On Stopping And Driving Around Obstacles

Published: February 8, 2014

As you start driving faster and closer to the physical limit of the car, an important thing to realize is you lose the ability to stop the car or radically alter its trajectory on the spot.

At 6/10, if you decide you are coming into a corner too fast and lock up the tires braking in a straight line, you have good chances of stopping either on pavement or just off pavement. This is because your corner entry speed is, let's say, 35 mph, and you coast between the end of your braking zone and your turn in point. If you spend the entire distance of pavement from your normal braking point to until the pavement turns you can often bring the car to a stop.

At 9/10, you might be entering the same corner at 50 mph and you don't coast between the braking zone and your turn in point. In fact, if you are trailbraking you might turn in at 55 mph and drop to 50 mph somewhere between the turn in point and the apex. There is no way you will be bringing your car to a stop in two car lengths or so of pavement from 55 mph. If you lock up the tires and go off straight, and there is no sand trap in that corner, you are much more likely to hit a wall.

Advanced drivers, therefore, typically do not have as their recovery goal to stop their vehicle. Rather, continuing with our fictional corner, their goal might be to slow the car down to 45 mph and turn in from the end of the pavement, essentially running an extremely late apex. The expected 45 mph turn in speed, while still higher than 35 mph a novice would have, is below the normal 55 mph turn in speed of the advanced driver, and might be within grip limits of the car.

Similar reasoning applies to avoiding curbs and debris/animals on track. If a novice turns in too soon at 6/10, they can correct their trajectory with steering input and avoid going into the apex curb. At 9/10, avoiding the curb will in fact result in a significantly early apex with the likely consequence of the car departing the track at corner exit. It is often much safer to instead cut the apex curb. Cutting the apex curb takes grip away from the front tires, which will produce some understeer, but will maintain the general trajectory of the car and make it fit into the track at corner exit. Dropping the loaded outside wheels at corner exit has good chances of spinning the car.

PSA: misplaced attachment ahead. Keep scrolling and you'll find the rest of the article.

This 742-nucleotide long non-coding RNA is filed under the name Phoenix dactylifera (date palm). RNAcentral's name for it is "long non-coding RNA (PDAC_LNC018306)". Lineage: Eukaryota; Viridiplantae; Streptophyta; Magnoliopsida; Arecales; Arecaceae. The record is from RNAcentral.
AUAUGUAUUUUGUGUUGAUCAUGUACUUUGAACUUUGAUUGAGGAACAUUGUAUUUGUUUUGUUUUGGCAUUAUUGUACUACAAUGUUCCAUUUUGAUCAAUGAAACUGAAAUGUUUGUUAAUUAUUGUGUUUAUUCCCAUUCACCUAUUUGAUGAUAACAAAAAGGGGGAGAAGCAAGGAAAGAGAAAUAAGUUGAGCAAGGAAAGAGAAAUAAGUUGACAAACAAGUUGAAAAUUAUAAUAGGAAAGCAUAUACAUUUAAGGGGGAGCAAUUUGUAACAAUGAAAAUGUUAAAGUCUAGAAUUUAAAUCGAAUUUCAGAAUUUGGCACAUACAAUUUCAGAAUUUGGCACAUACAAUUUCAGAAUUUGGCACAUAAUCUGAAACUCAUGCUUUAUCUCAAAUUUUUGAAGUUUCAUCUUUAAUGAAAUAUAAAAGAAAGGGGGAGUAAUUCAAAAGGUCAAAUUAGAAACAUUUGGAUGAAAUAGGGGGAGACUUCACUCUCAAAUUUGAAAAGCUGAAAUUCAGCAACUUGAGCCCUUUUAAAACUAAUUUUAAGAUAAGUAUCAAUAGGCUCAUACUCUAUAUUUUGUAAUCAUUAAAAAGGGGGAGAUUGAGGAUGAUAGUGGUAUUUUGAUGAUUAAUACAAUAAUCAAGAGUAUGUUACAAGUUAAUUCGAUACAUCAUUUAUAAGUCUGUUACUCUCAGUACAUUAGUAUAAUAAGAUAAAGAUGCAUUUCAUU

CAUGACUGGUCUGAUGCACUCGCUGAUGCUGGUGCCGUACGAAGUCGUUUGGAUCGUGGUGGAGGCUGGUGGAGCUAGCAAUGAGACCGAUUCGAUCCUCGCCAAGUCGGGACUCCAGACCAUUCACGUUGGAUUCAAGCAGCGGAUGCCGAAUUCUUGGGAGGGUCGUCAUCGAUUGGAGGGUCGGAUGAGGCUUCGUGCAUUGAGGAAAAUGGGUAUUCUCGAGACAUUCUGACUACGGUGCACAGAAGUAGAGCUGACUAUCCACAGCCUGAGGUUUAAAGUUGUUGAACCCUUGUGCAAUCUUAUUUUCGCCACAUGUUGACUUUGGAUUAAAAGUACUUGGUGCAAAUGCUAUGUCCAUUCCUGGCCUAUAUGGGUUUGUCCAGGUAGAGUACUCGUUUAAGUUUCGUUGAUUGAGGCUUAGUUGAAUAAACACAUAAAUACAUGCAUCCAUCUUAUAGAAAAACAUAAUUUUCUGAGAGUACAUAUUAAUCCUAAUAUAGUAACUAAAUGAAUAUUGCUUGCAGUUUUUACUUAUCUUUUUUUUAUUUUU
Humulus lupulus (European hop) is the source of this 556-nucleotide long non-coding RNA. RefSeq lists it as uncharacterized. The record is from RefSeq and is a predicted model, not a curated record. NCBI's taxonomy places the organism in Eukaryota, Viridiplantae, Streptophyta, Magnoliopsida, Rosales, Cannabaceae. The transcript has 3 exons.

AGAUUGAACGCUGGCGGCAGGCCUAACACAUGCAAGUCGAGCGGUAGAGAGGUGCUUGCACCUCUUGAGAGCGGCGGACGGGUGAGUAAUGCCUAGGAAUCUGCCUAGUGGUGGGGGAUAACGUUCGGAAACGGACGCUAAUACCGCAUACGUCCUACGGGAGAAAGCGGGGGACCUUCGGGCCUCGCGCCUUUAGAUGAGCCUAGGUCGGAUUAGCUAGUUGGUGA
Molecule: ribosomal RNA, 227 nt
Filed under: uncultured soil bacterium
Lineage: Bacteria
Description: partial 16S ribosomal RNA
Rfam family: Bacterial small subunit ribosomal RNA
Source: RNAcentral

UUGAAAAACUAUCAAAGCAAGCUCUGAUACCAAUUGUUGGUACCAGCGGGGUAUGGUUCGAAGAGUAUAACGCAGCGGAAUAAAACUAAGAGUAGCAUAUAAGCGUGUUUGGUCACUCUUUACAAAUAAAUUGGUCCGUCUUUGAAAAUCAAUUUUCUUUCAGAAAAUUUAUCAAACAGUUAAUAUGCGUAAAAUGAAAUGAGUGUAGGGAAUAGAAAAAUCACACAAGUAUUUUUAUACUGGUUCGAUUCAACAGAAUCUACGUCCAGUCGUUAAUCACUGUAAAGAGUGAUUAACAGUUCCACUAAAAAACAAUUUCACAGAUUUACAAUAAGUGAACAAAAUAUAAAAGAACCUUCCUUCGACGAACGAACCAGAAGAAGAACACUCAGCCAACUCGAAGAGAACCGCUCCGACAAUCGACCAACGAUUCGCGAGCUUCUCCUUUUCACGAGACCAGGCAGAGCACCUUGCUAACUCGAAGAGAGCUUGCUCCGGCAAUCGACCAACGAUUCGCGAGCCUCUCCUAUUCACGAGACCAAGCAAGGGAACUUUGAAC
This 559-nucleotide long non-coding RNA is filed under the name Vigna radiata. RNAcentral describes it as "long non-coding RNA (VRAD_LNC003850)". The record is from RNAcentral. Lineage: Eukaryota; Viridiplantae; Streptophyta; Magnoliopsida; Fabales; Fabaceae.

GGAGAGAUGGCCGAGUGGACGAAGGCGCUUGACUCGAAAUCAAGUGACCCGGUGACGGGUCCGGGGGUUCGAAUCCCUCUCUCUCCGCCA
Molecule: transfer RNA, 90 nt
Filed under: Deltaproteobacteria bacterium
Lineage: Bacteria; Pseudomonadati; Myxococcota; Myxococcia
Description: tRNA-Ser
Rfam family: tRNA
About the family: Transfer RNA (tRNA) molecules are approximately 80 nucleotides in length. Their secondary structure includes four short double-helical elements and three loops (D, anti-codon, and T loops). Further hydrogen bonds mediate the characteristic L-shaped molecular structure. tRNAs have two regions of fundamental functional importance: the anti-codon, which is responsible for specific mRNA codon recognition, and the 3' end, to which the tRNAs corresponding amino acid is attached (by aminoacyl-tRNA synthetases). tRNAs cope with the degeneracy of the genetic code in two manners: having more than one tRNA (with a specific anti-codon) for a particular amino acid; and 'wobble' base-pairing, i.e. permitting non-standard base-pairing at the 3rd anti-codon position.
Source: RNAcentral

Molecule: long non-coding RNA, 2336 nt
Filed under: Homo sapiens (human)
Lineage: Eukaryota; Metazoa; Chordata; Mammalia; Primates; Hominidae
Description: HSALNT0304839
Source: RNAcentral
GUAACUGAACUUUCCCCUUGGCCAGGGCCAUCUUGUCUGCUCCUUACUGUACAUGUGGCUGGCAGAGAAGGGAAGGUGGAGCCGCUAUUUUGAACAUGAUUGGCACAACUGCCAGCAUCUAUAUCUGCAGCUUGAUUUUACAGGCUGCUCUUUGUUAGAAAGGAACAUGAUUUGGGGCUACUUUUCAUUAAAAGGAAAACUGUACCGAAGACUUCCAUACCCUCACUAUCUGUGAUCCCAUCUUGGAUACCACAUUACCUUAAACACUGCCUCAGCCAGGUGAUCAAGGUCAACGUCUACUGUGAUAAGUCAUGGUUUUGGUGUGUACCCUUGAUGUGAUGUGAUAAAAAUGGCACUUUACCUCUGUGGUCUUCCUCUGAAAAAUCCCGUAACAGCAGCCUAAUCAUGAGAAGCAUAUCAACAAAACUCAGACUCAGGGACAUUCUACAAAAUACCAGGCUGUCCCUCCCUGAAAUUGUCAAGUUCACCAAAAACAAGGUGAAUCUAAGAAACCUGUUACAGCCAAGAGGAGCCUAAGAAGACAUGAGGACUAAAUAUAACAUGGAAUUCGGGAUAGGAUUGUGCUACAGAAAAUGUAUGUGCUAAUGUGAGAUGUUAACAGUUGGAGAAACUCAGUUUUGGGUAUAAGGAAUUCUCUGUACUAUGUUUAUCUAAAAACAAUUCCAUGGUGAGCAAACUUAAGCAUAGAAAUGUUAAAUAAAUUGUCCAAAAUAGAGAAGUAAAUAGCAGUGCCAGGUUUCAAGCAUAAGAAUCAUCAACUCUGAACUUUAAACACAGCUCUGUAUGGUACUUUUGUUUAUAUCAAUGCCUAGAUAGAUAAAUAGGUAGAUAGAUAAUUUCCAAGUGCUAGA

Trying to avoid debris or animals on the track often leads to rollovers. Hitting debris might damage the car, but the damage is likely to be limited to the bumper, and probably one side of the car. A rollover often destroys the car and can, and has, caused significant injury to its occupants.

If you have ever driven over a big pothole on the street while turning, you know that the vehicle changes direction significantly as a result, and typically this direction change needs to be countered by the driver. At track speeds the driver typically cannot counter the direction change resulting from an abrupt steering correction.

Accept that you might come across debris on the track, and be prepared to maintain your course and drive over it.

Tagged: intermediate, vision